By the way, if you need a lesson on the underlying issues around telecommuting, read the Time magazine article from thirty years ago, January 1983, that named the computer “Person/Machine of the Year.”   Little has changed.  Control Data's “alternative site workers” felt isolated and deprived of the office social life. “This is not just a matter of trading gossip in the corridors,” the magazine opined. “Work itself, particularly in the information industries, requires the stimulation of personal contact in the exchange of ideas: sometimes organized conference, sometimes simply what is called ‘the schmoose factor.’”  One sociologist said, “The workplace performs the function of community.”

That was 30 years ago.  And, unfortunately, if you were on LinkedIn, most of last week.

Peter Drucker said the job of a professional manager is to optimize the performance of the people around him or her, including profit and integrity.  Leadership, he added, is about consistent behavior and trustworthiness, not charisma or showmanship.  I give the CEO of Yahoo! credit in this instance for being a professional manager, and I wish her company lots of luck.  If she’s going to end bad stuff with the kind of decisiveness she showed last week, the company at least has a chance.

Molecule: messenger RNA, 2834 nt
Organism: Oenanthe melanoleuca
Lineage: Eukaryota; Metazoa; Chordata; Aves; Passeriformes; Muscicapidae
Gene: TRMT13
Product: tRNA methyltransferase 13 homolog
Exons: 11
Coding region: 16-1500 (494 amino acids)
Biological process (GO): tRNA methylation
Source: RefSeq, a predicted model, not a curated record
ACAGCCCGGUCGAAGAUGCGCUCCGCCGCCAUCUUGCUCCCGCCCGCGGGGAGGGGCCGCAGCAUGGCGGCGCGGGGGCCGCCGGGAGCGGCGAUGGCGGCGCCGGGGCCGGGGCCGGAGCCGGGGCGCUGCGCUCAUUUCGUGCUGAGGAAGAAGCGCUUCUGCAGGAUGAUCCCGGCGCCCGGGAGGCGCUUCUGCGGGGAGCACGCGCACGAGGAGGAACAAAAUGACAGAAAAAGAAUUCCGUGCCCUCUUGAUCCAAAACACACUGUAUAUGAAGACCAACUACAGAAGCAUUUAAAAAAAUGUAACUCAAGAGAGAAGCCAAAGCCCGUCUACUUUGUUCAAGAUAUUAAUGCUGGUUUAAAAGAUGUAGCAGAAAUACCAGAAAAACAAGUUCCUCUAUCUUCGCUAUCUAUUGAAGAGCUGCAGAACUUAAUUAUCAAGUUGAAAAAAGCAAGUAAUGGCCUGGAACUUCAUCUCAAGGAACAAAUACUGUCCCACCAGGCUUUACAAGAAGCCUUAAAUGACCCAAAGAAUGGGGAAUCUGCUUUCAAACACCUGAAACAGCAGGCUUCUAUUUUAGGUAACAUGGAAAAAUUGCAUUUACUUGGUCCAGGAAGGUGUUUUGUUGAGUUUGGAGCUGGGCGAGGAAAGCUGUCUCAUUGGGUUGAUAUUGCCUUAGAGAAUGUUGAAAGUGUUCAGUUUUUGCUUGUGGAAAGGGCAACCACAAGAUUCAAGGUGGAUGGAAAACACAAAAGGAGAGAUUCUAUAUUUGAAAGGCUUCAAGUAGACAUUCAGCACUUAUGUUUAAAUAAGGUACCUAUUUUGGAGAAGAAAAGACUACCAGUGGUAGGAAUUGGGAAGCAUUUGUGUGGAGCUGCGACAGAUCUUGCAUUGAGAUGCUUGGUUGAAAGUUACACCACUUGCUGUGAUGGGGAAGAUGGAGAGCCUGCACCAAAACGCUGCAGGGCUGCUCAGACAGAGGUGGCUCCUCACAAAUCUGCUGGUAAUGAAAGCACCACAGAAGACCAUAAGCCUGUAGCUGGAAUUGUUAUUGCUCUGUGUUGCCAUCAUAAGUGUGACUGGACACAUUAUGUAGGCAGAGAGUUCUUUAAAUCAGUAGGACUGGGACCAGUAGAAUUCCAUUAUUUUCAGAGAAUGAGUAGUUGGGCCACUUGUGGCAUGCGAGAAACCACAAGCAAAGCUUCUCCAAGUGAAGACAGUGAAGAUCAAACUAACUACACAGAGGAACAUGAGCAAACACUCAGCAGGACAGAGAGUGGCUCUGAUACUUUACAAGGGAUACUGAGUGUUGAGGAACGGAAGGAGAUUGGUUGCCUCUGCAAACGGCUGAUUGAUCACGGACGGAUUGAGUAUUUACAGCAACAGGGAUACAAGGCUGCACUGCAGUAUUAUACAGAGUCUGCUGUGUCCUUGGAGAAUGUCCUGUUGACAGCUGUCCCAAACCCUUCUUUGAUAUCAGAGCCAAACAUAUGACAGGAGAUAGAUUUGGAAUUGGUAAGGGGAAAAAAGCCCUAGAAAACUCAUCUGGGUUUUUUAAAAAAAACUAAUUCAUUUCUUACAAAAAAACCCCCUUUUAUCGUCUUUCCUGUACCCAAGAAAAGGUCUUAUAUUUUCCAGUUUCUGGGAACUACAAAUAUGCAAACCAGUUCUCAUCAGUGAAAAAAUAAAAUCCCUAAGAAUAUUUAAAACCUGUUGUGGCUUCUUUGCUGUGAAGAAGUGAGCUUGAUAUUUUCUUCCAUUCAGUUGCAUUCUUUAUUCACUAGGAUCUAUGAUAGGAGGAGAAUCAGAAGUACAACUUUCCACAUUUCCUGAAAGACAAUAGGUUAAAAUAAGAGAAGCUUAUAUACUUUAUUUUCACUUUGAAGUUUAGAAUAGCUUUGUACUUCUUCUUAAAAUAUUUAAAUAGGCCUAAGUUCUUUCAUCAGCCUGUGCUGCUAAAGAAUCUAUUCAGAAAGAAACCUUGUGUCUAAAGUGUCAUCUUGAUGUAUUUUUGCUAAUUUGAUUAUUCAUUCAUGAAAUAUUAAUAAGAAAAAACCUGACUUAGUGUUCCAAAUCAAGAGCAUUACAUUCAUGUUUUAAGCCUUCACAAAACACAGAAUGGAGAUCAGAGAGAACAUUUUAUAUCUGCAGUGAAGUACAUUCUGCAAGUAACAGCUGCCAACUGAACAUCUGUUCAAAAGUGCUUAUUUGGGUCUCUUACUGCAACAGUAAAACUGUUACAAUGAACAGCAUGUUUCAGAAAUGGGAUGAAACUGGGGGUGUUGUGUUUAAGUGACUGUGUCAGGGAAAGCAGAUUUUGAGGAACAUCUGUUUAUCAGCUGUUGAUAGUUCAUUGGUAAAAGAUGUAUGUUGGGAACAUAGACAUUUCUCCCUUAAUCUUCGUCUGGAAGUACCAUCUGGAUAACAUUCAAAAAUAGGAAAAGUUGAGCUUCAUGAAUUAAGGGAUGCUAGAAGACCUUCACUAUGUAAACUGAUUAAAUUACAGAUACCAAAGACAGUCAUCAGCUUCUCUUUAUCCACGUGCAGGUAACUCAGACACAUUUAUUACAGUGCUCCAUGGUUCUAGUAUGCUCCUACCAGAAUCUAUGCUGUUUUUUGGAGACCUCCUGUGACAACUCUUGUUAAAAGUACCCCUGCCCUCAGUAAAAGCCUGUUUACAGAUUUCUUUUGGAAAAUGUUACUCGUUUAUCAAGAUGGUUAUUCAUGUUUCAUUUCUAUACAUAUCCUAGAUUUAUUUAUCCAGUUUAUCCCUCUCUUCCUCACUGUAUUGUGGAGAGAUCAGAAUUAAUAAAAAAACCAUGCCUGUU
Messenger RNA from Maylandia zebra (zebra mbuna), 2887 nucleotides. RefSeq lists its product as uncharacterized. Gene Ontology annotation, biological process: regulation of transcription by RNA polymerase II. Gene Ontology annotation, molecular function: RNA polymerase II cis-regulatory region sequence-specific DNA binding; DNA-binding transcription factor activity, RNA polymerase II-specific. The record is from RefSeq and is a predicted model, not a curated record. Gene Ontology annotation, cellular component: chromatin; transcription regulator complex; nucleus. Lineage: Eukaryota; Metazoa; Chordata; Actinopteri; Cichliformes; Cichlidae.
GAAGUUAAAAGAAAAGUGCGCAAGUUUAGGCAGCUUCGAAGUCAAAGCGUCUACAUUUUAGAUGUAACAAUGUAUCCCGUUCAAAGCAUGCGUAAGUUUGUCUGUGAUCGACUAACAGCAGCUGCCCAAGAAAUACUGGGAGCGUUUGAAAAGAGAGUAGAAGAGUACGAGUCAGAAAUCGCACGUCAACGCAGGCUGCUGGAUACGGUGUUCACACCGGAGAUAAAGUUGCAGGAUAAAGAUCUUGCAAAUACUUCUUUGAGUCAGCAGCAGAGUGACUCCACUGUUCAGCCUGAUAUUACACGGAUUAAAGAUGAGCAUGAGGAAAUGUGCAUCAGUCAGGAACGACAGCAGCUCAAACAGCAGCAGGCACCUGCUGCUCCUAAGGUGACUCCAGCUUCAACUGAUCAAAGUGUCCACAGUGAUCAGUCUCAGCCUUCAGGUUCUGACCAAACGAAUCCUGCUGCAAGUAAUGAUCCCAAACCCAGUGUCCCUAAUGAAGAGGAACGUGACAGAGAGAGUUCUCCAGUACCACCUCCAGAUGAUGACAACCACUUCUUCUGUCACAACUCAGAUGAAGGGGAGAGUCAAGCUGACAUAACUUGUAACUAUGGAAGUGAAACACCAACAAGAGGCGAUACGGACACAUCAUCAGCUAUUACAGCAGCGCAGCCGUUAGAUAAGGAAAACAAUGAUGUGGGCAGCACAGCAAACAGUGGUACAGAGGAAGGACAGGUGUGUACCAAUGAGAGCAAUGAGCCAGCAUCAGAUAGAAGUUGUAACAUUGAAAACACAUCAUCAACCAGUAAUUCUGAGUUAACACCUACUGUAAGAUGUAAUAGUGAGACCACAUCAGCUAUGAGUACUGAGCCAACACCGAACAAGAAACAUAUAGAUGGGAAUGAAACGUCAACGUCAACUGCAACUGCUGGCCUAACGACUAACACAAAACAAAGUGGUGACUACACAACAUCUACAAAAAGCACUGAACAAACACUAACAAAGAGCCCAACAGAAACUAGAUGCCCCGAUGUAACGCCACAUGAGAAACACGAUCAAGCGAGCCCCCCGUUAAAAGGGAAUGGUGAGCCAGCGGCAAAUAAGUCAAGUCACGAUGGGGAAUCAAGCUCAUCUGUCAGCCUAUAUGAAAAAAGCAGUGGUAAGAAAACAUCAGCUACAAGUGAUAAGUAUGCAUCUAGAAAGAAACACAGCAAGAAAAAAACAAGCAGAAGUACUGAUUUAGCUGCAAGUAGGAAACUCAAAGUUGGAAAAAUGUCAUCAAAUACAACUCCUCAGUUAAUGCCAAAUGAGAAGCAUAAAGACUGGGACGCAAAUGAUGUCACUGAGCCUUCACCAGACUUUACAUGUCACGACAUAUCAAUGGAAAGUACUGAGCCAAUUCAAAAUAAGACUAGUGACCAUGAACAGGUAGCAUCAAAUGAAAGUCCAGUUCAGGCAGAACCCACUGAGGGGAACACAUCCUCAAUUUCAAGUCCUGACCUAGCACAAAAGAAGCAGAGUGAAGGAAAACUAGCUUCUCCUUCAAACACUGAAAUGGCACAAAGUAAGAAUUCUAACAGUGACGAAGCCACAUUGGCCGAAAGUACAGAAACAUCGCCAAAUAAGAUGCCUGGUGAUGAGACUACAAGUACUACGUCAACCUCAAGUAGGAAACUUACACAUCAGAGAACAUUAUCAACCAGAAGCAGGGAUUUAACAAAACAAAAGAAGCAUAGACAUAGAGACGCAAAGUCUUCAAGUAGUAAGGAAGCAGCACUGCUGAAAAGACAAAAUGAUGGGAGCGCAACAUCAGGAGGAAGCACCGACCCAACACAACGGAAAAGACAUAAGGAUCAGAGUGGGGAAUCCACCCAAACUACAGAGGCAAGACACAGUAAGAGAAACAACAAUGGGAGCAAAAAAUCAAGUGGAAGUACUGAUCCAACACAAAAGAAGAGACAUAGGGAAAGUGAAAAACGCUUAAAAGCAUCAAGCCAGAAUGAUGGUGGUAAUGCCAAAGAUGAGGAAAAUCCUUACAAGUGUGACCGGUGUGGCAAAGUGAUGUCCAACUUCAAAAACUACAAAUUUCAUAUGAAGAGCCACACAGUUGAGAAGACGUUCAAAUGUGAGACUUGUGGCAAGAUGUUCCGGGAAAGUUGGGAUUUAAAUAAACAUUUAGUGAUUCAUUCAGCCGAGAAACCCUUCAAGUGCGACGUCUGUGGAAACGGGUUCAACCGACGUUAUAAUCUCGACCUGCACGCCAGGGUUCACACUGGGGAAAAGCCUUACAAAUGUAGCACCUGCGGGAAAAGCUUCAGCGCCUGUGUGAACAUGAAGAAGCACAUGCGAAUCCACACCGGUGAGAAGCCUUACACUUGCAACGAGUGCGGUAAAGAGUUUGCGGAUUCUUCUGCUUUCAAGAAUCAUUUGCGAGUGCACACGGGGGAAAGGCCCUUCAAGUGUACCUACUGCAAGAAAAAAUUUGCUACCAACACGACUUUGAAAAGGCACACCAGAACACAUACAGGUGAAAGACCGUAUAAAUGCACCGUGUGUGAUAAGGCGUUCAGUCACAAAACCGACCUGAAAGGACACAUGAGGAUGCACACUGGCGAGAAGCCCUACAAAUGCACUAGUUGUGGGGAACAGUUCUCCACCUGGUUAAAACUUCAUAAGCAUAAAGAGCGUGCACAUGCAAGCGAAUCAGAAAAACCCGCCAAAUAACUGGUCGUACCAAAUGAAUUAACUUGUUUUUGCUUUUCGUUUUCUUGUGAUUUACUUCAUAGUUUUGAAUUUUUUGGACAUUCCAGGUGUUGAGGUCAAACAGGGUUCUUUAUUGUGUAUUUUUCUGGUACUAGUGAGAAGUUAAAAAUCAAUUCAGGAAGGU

And speaking of integrity, I hope she found and fired the person who leaked the memo in the first place.  There was nothing at all embarrassing about the message, but lots wrong with not honoring the integrity of internal company communications.

Now, let's just hope Google doesn't lay-off any of its gourmet chefs this week or we will never catch up on our Justin Bieber events.